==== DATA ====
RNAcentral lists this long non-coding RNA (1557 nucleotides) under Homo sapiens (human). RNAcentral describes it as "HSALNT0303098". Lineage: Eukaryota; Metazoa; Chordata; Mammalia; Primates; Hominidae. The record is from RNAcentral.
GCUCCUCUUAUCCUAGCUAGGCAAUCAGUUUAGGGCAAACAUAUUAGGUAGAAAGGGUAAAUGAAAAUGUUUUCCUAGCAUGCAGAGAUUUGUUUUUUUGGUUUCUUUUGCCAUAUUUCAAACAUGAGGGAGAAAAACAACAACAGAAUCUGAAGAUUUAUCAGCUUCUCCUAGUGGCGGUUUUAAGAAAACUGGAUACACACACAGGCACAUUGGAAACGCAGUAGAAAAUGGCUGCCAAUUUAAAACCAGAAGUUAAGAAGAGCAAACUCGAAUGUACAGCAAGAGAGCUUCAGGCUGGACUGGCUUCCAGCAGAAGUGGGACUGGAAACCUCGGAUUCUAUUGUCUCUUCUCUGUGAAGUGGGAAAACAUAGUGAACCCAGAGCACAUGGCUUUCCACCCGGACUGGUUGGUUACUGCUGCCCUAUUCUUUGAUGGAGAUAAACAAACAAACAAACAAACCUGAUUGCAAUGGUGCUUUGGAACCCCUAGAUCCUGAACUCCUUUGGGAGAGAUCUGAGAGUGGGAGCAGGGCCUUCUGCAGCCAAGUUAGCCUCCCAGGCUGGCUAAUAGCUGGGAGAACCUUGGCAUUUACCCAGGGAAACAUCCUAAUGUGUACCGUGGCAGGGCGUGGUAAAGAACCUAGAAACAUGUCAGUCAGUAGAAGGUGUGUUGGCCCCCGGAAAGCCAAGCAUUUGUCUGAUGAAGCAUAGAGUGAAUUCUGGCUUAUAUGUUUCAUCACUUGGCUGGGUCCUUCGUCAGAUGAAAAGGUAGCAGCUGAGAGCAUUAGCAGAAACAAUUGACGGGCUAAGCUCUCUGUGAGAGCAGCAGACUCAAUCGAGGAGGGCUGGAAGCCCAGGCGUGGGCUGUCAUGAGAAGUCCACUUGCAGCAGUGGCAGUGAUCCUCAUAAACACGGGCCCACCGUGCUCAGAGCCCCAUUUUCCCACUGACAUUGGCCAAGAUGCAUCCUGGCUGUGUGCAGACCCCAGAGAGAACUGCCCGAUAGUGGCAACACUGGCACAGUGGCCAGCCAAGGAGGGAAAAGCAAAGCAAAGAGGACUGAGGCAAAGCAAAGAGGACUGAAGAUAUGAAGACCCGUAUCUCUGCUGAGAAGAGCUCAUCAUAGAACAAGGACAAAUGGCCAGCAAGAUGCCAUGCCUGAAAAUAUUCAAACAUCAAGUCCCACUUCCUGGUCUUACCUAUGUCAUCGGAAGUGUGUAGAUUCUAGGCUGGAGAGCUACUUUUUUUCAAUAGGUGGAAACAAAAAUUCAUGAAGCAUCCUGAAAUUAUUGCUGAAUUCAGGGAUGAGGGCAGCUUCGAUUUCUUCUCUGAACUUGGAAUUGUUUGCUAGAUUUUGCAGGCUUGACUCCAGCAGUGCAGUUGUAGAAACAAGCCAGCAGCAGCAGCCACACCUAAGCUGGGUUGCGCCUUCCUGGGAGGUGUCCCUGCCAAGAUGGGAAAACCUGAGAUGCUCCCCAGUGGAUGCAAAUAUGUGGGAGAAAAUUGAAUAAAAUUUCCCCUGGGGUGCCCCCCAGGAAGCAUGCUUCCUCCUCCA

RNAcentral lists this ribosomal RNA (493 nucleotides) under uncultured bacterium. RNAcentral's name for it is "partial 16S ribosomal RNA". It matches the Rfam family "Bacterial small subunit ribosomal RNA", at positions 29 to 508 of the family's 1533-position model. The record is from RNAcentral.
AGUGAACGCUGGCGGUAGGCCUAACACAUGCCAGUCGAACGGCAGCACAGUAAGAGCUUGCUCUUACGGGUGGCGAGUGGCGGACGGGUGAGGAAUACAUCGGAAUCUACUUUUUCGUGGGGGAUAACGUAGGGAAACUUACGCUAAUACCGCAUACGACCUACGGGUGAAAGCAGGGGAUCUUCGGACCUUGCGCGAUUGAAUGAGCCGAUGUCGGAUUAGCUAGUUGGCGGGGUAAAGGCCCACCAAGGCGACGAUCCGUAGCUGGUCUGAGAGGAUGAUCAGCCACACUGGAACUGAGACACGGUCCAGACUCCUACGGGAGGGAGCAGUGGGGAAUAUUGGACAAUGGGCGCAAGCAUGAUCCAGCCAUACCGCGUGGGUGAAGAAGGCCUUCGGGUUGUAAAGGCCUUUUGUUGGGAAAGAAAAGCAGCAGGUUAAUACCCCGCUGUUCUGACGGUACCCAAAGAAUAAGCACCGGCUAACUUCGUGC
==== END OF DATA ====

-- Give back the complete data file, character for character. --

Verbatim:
RNAcentral lists this long non-coding RNA (1557 nucleotides) under Homo sapiens (human). RNAcentral describes it as "HSALNT0303098". Lineage: Eukaryota; Metazoa; Chordata; Mammalia; Primates; Hominidae. The record is from RNAcentral.
GCUCCUCUUAUCCUAGCUAGGCAAUCAGUUUAGGGCAAACAUAUUAGGUAGAAAGGGUAAAUGAAAAUGUUUUCCUAGCAUGCAGAGAUUUGUUUUUUUGGUUUCUUUUGCCAUAUUUCAAACAUGAGGGAGAAAAACAACAACAGAAUCUGAAGAUUUAUCAGCUUCUCCUAGUGGCGGUUUUAAGAAAACUGGAUACACACACAGGCACAUUGGAAACGCAGUAGAAAAUGGCUGCCAAUUUAAAACCAGAAGUUAAGAAGAGCAAACUCGAAUGUACAGCAAGAGAGCUUCAGGCUGGACUGGCUUCCAGCAGAAGUGGGACUGGAAACCUCGGAUUCUAUUGUCUCUUCUCUGUGAAGUGGGAAAACAUAGUGAACCCAGAGCACAUGGCUUUCCACCCGGACUGGUUGGUUACUGCUGCCCUAUUCUUUGAUGGAGAUAAACAAACAAACAAACAAACCUGAUUGCAAUGGUGCUUUGGAACCCCUAGAUCCUGAACUCCUUUGGGAGAGAUCUGAGAGUGGGAGCAGGGCCUUCUGCAGCCAAGUUAGCCUCCCAGGCUGGCUAAUAGCUGGGAGAACCUUGGCAUUUACCCAGGGAAACAUCCUAAUGUGUACCGUGGCAGGGCGUGGUAAAGAACCUAGAAACAUGUCAGUCAGUAGAAGGUGUGUUGGCCCCCGGAAAGCCAAGCAUUUGUCUGAUGAAGCAUAGAGUGAAUUCUGGCUUAUAUGUUUCAUCACUUGGCUGGGUCCUUCGUCAGAUGAAAAGGUAGCAGCUGAGAGCAUUAGCAGAAACAAUUGACGGGCUAAGCUCUCUGUGAGAGCAGCAGACUCAAUCGAGGAGGGCUGGAAGCCCAGGCGUGGGCUGUCAUGAGAAGUCCACUUGCAGCAGUGGCAGUGAUCCUCAUAAACACGGGCCCACCGUGCUCAGAGCCCCAUUUUCCCACUGACAUUGGCCAAGAUGCAUCCUGGCUGUGUGCAGACCCCAGAGAGAACUGCCCGAUAGUGGCAACACUGGCACAGUGGCCAGCCAAGGAGGGAAAAGCAAAGCAAAGAGGACUGAGGCAAAGCAAAGAGGACUGAAGAUAUGAAGACCCGUAUCUCUGCUGAGAAGAGCUCAUCAUAGAACAAGGACAAAUGGCCAGCAAGAUGCCAUGCCUGAAAAUAUUCAAACAUCAAGUCCCACUUCCUGGUCUUACCUAUGUCAUCGGAAGUGUGUAGAUUCUAGGCUGGAGAGCUACUUUUUUUCAAUAGGUGGAAACAAAAAUUCAUGAAGCAUCCUGAAAUUAUUGCUGAAUUCAGGGAUGAGGGCAGCUUCGAUUUCUUCUCUGAACUUGGAAUUGUUUGCUAGAUUUUGCAGGCUUGACUCCAGCAGUGCAGUUGUAGAAACAAGCCAGCAGCAGCAGCCACACCUAAGCUGGGUUGCGCCUUCCUGGGAGGUGUCCCUGCCAAGAUGGGAAAACCUGAGAUGCUCCCCAGUGGAUGCAAAUAUGUGGGAGAAAAUUGAAUAAAAUUUCCCCUGGGGUGCCCCCCAGGAAGCAUGCUUCCUCCUCCA

RNAcentral lists this ribosomal RNA (493 nucleotides) under uncultured bacterium. RNAcentral's name for it is "partial 16S ribosomal RNA". It matches the Rfam family "Bacterial small subunit ribosomal RNA", at positions 29 to 508 of the family's 1533-position model. The record is from RNAcentral.
AGUGAACGCUGGCGGUAGGCCUAACACAUGCCAGUCGAACGGCAGCACAGUAAGAGCUUGCUCUUACGGGUGGCGAGUGGCGGACGGGUGAGGAAUACAUCGGAAUCUACUUUUUCGUGGGGGAUAACGUAGGGAAACUUACGCUAAUACCGCAUACGACCUACGGGUGAAAGCAGGGGAUCUUCGGACCUUGCGCGAUUGAAUGAGCCGAUGUCGGAUUAGCUAGUUGGCGGGGUAAAGGCCCACCAAGGCGACGAUCCGUAGCUGGUCUGAGAGGAUGAUCAGCCACACUGGAACUGAGACACGGUCCAGACUCCUACGGGAGGGAGCAGUGGGGAAUAUUGGACAAUGGGCGCAAGCAUGAUCCAGCCAUACCGCGUGGGUGAAGAAGGCCUUCGGGUUGUAAAGGCCUUUUGUUGGGAAAGAAAAGCAGCAGGUUAAUACCCCGCUGUUCUGACGGUACCCAAAGAAUAAGCACCGGCUAACUUCGUGC